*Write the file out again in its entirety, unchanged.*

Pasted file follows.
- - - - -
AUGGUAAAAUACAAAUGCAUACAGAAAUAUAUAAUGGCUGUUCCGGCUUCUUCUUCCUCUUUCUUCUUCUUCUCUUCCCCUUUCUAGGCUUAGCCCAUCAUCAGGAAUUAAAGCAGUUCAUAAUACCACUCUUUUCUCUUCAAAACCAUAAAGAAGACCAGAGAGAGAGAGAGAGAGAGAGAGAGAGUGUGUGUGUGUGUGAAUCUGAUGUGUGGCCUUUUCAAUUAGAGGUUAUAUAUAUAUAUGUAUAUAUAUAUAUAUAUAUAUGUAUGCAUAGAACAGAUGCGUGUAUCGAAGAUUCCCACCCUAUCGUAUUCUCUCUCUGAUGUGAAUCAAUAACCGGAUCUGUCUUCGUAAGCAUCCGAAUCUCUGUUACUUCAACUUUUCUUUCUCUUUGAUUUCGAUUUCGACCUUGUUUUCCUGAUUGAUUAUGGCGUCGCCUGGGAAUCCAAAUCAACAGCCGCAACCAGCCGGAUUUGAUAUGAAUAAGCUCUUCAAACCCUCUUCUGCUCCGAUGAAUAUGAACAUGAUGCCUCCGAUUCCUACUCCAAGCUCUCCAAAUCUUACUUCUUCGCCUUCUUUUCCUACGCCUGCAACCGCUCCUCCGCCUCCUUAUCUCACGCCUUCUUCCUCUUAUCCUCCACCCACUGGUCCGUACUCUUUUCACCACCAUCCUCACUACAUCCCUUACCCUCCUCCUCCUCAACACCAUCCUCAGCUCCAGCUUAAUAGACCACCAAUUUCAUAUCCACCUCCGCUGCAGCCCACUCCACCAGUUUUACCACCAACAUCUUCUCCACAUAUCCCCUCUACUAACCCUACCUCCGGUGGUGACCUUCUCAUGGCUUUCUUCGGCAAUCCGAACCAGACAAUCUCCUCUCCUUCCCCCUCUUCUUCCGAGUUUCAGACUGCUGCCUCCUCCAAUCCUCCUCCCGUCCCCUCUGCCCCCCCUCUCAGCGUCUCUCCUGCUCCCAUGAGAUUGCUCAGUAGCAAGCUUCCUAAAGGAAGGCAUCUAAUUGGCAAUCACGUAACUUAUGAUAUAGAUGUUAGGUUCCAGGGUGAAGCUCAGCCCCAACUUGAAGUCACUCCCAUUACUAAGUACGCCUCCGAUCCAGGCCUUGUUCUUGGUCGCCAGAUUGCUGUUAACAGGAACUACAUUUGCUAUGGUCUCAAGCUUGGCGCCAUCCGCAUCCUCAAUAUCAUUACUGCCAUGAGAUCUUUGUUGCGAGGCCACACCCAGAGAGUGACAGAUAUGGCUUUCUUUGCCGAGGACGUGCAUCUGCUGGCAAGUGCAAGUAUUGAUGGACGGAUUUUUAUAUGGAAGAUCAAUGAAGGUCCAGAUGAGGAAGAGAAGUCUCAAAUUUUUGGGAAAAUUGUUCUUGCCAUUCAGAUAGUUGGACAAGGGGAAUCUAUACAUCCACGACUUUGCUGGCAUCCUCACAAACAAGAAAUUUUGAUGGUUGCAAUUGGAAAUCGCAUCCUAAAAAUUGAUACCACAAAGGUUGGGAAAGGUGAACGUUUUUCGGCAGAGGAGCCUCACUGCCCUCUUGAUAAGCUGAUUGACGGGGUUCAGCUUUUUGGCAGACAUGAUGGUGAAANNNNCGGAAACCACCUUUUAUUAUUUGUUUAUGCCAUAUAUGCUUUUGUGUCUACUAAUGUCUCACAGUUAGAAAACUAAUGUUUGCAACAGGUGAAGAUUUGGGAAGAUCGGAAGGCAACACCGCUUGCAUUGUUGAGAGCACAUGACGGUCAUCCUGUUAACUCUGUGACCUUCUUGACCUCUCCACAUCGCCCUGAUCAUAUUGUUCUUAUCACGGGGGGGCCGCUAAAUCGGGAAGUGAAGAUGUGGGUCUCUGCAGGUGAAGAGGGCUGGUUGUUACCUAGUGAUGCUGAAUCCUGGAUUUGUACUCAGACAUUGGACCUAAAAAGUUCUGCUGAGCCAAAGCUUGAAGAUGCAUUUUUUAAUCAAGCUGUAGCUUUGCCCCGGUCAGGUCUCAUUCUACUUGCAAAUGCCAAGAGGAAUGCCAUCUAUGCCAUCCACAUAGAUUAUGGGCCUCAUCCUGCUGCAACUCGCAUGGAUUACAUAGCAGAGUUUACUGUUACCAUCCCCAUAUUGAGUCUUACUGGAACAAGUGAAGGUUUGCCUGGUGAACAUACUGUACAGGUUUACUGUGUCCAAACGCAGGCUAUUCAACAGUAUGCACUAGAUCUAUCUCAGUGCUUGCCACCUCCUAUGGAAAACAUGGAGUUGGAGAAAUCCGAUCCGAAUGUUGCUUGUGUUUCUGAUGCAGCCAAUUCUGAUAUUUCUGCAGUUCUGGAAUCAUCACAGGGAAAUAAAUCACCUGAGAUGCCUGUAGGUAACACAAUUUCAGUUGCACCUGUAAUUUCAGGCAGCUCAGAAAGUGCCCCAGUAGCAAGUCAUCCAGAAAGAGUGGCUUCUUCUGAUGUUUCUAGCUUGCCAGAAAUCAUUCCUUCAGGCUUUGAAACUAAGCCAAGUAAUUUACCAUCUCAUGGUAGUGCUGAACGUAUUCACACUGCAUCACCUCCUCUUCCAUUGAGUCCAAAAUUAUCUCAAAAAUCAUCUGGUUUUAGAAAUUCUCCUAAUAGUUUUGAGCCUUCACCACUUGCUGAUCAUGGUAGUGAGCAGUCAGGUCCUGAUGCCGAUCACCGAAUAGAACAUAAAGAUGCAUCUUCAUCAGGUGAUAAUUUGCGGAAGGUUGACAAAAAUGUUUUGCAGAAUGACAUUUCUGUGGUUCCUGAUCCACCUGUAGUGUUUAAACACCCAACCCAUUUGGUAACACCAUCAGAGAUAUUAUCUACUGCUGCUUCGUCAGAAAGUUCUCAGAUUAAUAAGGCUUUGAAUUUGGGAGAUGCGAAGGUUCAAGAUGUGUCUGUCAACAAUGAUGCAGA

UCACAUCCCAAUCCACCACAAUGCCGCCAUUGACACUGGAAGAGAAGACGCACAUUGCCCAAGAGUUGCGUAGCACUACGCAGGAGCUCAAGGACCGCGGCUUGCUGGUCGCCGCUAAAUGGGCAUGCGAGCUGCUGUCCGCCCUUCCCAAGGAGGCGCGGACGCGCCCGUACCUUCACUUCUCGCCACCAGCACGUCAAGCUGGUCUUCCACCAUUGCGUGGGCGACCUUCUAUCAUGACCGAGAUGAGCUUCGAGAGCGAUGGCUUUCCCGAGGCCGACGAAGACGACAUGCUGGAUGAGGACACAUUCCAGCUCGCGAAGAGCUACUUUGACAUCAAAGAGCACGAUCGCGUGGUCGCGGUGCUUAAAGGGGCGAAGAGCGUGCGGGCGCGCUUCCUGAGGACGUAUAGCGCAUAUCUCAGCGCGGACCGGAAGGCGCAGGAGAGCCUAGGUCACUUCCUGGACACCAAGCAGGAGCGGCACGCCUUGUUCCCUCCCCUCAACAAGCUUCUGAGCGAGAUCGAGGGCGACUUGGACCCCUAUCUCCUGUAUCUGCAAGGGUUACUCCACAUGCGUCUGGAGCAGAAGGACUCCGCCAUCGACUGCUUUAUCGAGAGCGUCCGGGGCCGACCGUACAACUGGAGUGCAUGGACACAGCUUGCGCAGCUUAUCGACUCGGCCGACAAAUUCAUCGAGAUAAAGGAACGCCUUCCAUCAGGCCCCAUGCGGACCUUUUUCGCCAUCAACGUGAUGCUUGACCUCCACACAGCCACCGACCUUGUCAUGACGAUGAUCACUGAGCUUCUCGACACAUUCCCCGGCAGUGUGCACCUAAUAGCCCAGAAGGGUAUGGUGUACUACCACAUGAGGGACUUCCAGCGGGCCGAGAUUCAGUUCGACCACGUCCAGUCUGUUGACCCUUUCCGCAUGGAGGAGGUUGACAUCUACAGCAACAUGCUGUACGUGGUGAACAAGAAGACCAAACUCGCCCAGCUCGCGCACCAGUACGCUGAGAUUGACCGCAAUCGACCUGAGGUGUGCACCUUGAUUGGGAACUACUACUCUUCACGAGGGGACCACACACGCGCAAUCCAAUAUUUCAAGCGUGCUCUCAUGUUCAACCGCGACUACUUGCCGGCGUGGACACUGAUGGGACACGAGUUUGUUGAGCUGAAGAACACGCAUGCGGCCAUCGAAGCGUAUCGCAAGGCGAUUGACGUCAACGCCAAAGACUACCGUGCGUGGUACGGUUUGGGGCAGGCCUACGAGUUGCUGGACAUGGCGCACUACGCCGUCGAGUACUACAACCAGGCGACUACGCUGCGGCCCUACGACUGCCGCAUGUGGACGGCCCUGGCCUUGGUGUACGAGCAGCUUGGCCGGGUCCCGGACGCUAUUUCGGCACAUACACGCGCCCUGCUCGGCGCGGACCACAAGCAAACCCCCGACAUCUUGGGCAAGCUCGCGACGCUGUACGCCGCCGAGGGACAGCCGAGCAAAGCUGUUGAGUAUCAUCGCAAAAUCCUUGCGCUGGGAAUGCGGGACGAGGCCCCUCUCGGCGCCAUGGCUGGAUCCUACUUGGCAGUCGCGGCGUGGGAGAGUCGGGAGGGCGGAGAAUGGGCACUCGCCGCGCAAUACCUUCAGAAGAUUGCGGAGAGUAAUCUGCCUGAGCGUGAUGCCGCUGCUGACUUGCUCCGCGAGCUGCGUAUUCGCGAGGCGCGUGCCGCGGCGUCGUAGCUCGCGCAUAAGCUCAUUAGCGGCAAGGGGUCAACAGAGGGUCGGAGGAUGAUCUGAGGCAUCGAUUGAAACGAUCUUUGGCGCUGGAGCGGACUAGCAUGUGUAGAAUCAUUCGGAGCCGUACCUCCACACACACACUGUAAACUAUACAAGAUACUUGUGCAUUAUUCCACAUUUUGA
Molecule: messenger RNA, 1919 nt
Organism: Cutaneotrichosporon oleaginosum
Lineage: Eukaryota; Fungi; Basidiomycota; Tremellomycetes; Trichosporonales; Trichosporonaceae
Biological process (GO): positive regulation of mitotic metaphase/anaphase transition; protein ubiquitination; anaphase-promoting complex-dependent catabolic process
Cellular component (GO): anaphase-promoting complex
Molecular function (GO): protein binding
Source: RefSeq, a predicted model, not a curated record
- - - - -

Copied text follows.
AUGGUAAAAUACAAAUGCAUACAGAAAUAUAUAAUGGCUGUUCCGGCUUCUUCUUCCUCUUUCUUCUUCUUCUCUUCCCCUUUCUAGGCUUAGCCCAUCAUCAGGAAUUAAAGCAGUUCAUAAUACCACUCUUUUCUCUUCAAAACCAUAAAGAAGACCAGAGAGAGAGAGAGAGAGAGAGAGAGAGUGUGUGUGUGUGUGAAUCUGAUGUGUGGCCUUUUCAAUUAGAGGUUAUAUAUAUAUAUGUAUAUAUAUAUAUAUAUAUAUGUAUGCAUAGAACAGAUGCGUGUAUCGAAGAUUCCCACCCUAUCGUAUUCUCUCUCUGAUGUGAAUCAAUAACCGGAUCUGUCUUCGUAAGCAUCCGAAUCUCUGUUACUUCAACUUUUCUUUCUCUUUGAUUUCGAUUUCGACCUUGUUUUCCUGAUUGAUUAUGGCGUCGCCUGGGAAUCCAAAUCAACAGCCGCAACCAGCCGGAUUUGAUAUGAAUAAGCUCUUCAAACCCUCUUCUGCUCCGAUGAAUAUGAACAUGAUGCCUCCGAUUCCUACUCCAAGCUCUCCAAAUCUUACUUCUUCGCCUUCUUUUCCUACGCCUGCAACCGCUCCUCCGCCUCCUUAUCUCACGCCUUCUUCCUCUUAUCCUCCACCCACUGGUCCGUACUCUUUUCACCACCAUCCUCACUACAUCCCUUACCCUCCUCCUCCUCAACACCAUCCUCAGCUCCAGCUUAAUAGACCACCAAUUUCAUAUCCACCUCCGCUGCAGCCCACUCCACCAGUUUUACCACCAACAUCUUCUCCACAUAUCCCCUCUACUAACCCUACCUCCGGUGGUGACCUUCUCAUGGCUUUCUUCGGCAAUCCGAACCAGACAAUCUCCUCUCCUUCCCCCUCUUCUUCCGAGUUUCAGACUGCUGCCUCCUCCAAUCCUCCUCCCGUCCCCUCUGCCCCCCCUCUCAGCGUCUCUCCUGCUCCCAUGAGAUUGCUCAGUAGCAAGCUUCCUAAAGGAAGGCAUCUAAUUGGCAAUCACGUAACUUAUGAUAUAGAUGUUAGGUUCCAGGGUGAAGCUCAGCCCCAACUUGAAGUCACUCCCAUUACUAAGUACGCCUCCGAUCCAGGCCUUGUUCUUGGUCGCCAGAUUGCUGUUAACAGGAACUACAUUUGCUAUGGUCUCAAGCUUGGCGCCAUCCGCAUCCUCAAUAUCAUUACUGCCAUGAGAUCUUUGUUGCGAGGCCACACCCAGAGAGUGACAGAUAUGGCUUUCUUUGCCGAGGACGUGCAUCUGCUGGCAAGUGCAAGUAUUGAUGGACGGAUUUUUAUAUGGAAGAUCAAUGAAGGUCCAGAUGAGGAAGAGAAGUCUCAAAUUUUUGGGAAAAUUGUUCUUGCCAUUCAGAUAGUUGGACAAGGGGAAUCUAUACAUCCACGACUUUGCUGGCAUCCUCACAAACAAGAAAUUUUGAUGGUUGCAAUUGGAAAUCGCAUCCUAAAAAUUGAUACCACAAAGGUUGGGAAAGGUGAACGUUUUUCGGCAGAGGAGCCUCACUGCCCUCUUGAUAAGCUGAUUGACGGGGUUCAGCUUUUUGGCAGACAUGAUGGUGAAANNNNCGGAAACCACCUUUUAUUAUUUGUUUAUGCCAUAUAUGCUUUUGUGUCUACUAAUGUCUCACAGUUAGAAAACUAAUGUUUGCAACAGGUGAAGAUUUGGGAAGAUCGGAAGGCAACACCGCUUGCAUUGUUGAGAGCACAUGACGGUCAUCCUGUUAACUCUGUGACCUUCUUGACCUCUCCACAUCGCCCUGAUCAUAUUGUUCUUAUCACGGGGGGGCCGCUAAAUCGGGAAGUGAAGAUGUGGGUCUCUGCAGGUGAAGAGGGCUGGUUGUUACCUAGUGAUGCUGAAUCCUGGAUUUGUACUCAGACAUUGGACCUAAAAAGUUCUGCUGAGCCAAAGCUUGAAGAUGCAUUUUUUAAUCAAGCUGUAGCUUUGCCCCGGUCAGGUCUCAUUCUACUUGCAAAUGCCAAGAGGAAUGCCAUCUAUGCCAUCCACAUAGAUUAUGGGCCUCAUCCUGCUGCAACUCGCAUGGAUUACAUAGCAGAGUUUACUGUUACCAUCCCCAUAUUGAGUCUUACUGGAACAAGUGAAGGUUUGCCUGGUGAACAUACUGUACAGGUUUACUGUGUCCAAACGCAGGCUAUUCAACAGUAUGCACUAGAUCUAUCUCAGUGCUUGCCACCUCCUAUGGAAAACAUGGAGUUGGAGAAAUCCGAUCCGAAUGUUGCUUGUGUUUCUGAUGCAGCCAAUUCUGAUAUUUCUGCAGUUCUGGAAUCAUCACAGGGAAAUAAAUCACCUGAGAUGCCUGUAGGUAACACAAUUUCAGUUGCACCUGUAAUUUCAGGCAGCUCAGAAAGUGCCCCAGUAGCAAGUCAUCCAGAAAGAGUGGCUUCUUCUGAUGUUUCUAGCUUGCCAGAAAUCAUUCCUUCAGGCUUUGAAACUAAGCCAAGUAAUUUACCAUCUCAUGGUAGUGCUGAACGUAUUCACACUGCAUCACCUCCUCUUCCAUUGAGUCCAAAAUUAUCUCAAAAAUCAUCUGGUUUUAGAAAUUCUCCUAAUAGUUUUGAGCCUUCACCACUUGCUGAUCAUGGUAGUGAGCAGUCAGGUCCUGAUGCCGAUCACCGAAUAGAACAUAAAGAUGCAUCUUCAUCAGGUGAUAAUUUGCGGAAGGUUGACAAAAAUGUUUUGCAGAAUGACAUUUCUGUGGUUCCUGAUCCACCUGUAGUGUUUAAACACCCAACCCAUUUGGUAACACCAUCAGAGAUAUUAUCUACUGCUGCUUCGUCAGAAAGUUCUCAGAUUAAUAAGGCUUUGAAUUUGGGAGAUGCGAAGGUUCAAGAUGUGUCUGUCAACAAUGAUGCAGA

UCACAUCCCAAUCCACCACAAUGCCGCCAUUGACACUGGAAGAGAAGACGCACAUUGCCCAAGAGUUGCGUAGCACUACGCAGGAGCUCAAGGACCGCGGCUUGCUGGUCGCCGCUAAAUGGGCAUGCGAGCUGCUGUCCGCCCUUCCCAAGGAGGCGCGGACGCGCCCGUACCUUCACUUCUCGCCACCAGCACGUCAAGCUGGUCUUCCACCAUUGCGUGGGCGACCUUCUAUCAUGACCGAGAUGAGCUUCGAGAGCGAUGGCUUUCCCGAGGCCGACGAAGACGACAUGCUGGAUGAGGACACAUUCCAGCUCGCGAAGAGCUACUUUGACAUCAAAGAGCACGAUCGCGUGGUCGCGGUGCUUAAAGGGGCGAAGAGCGUGCGGGCGCGCUUCCUGAGGACGUAUAGCGCAUAUCUCAGCGCGGACCGGAAGGCGCAGGAGAGCCUAGGUCACUUCCUGGACACCAAGCAGGAGCGGCACGCCUUGUUCCCUCCCCUCAACAAGCUUCUGAGCGAGAUCGAGGGCGACUUGGACCCCUAUCUCCUGUAUCUGCAAGGGUUACUCCACAUGCGUCUGGAGCAGAAGGACUCCGCCAUCGACUGCUUUAUCGAGAGCGUCCGGGGCCGACCGUACAACUGGAGUGCAUGGACACAGCUUGCGCAGCUUAUCGACUCGGCCGACAAAUUCAUCGAGAUAAAGGAACGCCUUCCAUCAGGCCCCAUGCGGACCUUUUUCGCCAUCAACGUGAUGCUUGACCUCCACACAGCCACCGACCUUGUCAUGACGAUGAUCACUGAGCUUCUCGACACAUUCCCCGGCAGUGUGCACCUAAUAGCCCAGAAGGGUAUGGUGUACUACCACAUGAGGGACUUCCAGCGGGCCGAGAUUCAGUUCGACCACGUCCAGUCUGUUGACCCUUUCCGCAUGGAGGAGGUUGACAUCUACAGCAACAUGCUGUACGUGGUGAACAAGAAGACCAAACUCGCCCAGCUCGCGCACCAGUACGCUGAGAUUGACCGCAAUCGACCUGAGGUGUGCACCUUGAUUGGGAACUACUACUCUUCACGAGGGGACCACACACGCGCAAUCCAAUAUUUCAAGCGUGCUCUCAUGUUCAACCGCGACUACUUGCCGGCGUGGACACUGAUGGGACACGAGUUUGUUGAGCUGAAGAACACGCAUGCGGCCAUCGAAGCGUAUCGCAAGGCGAUUGACGUCAACGCCAAAGACUACCGUGCGUGGUACGGUUUGGGGCAGGCCUACGAGUUGCUGGACAUGGCGCACUACGCCGUCGAGUACUACAACCAGGCGACUACGCUGCGGCCCUACGACUGCCGCAUGUGGACGGCCCUGGCCUUGGUGUACGAGCAGCUUGGCCGGGUCCCGGACGCUAUUUCGGCACAUACACGCGCCCUGCUCGGCGCGGACCACAAGCAAACCCCCGACAUCUUGGGCAAGCUCGCGACGCUGUACGCCGCCGAGGGACAGCCGAGCAAAGCUGUUGAGUAUCAUCGCAAAAUCCUUGCGCUGGGAAUGCGGGACGAGGCCCCUCUCGGCGCCAUGGCUGGAUCCUACUUGGCAGUCGCGGCGUGGGAGAGUCGGGAGGGCGGAGAAUGGGCACUCGCCGCGCAAUACCUUCAGAAGAUUGCGGAGAGUAAUCUGCCUGAGCGUGAUGCCGCUGCUGACUUGCUCCGCGAGCUGCGUAUUCGCGAGGCGCGUGCCGCGGCGUCGUAGCUCGCGCAUAAGCUCAUUAGCGGCAAGGGGUCAACAGAGGGUCGGAGGAUGAUCUGAGGCAUCGAUUGAAACGAUCUUUGGCGCUGGAGCGGACUAGCAUGUGUAGAAUCAUUCGGAGCCGUACCUCCACACACACACUGUAAACUAUACAAGAUACUUGUGCAUUAUUCCACAUUUUGA
Molecule: messenger RNA, 1919 nt
Organism: Cutaneotrichosporon oleaginosum
Lineage: Eukaryota; Fungi; Basidiomycota; Tremellomycetes; Trichosporonales; Trichosporonaceae
Biological process (GO): positive regulation of mitotic metaphase/anaphase transition; protein ubiquitination; anaphase-promoting complex-dependent catabolic process
Cellular component (GO): anaphase-promoting complex
Molecular function (GO): protein binding
Source: RefSeq, a predicted model, not a curated record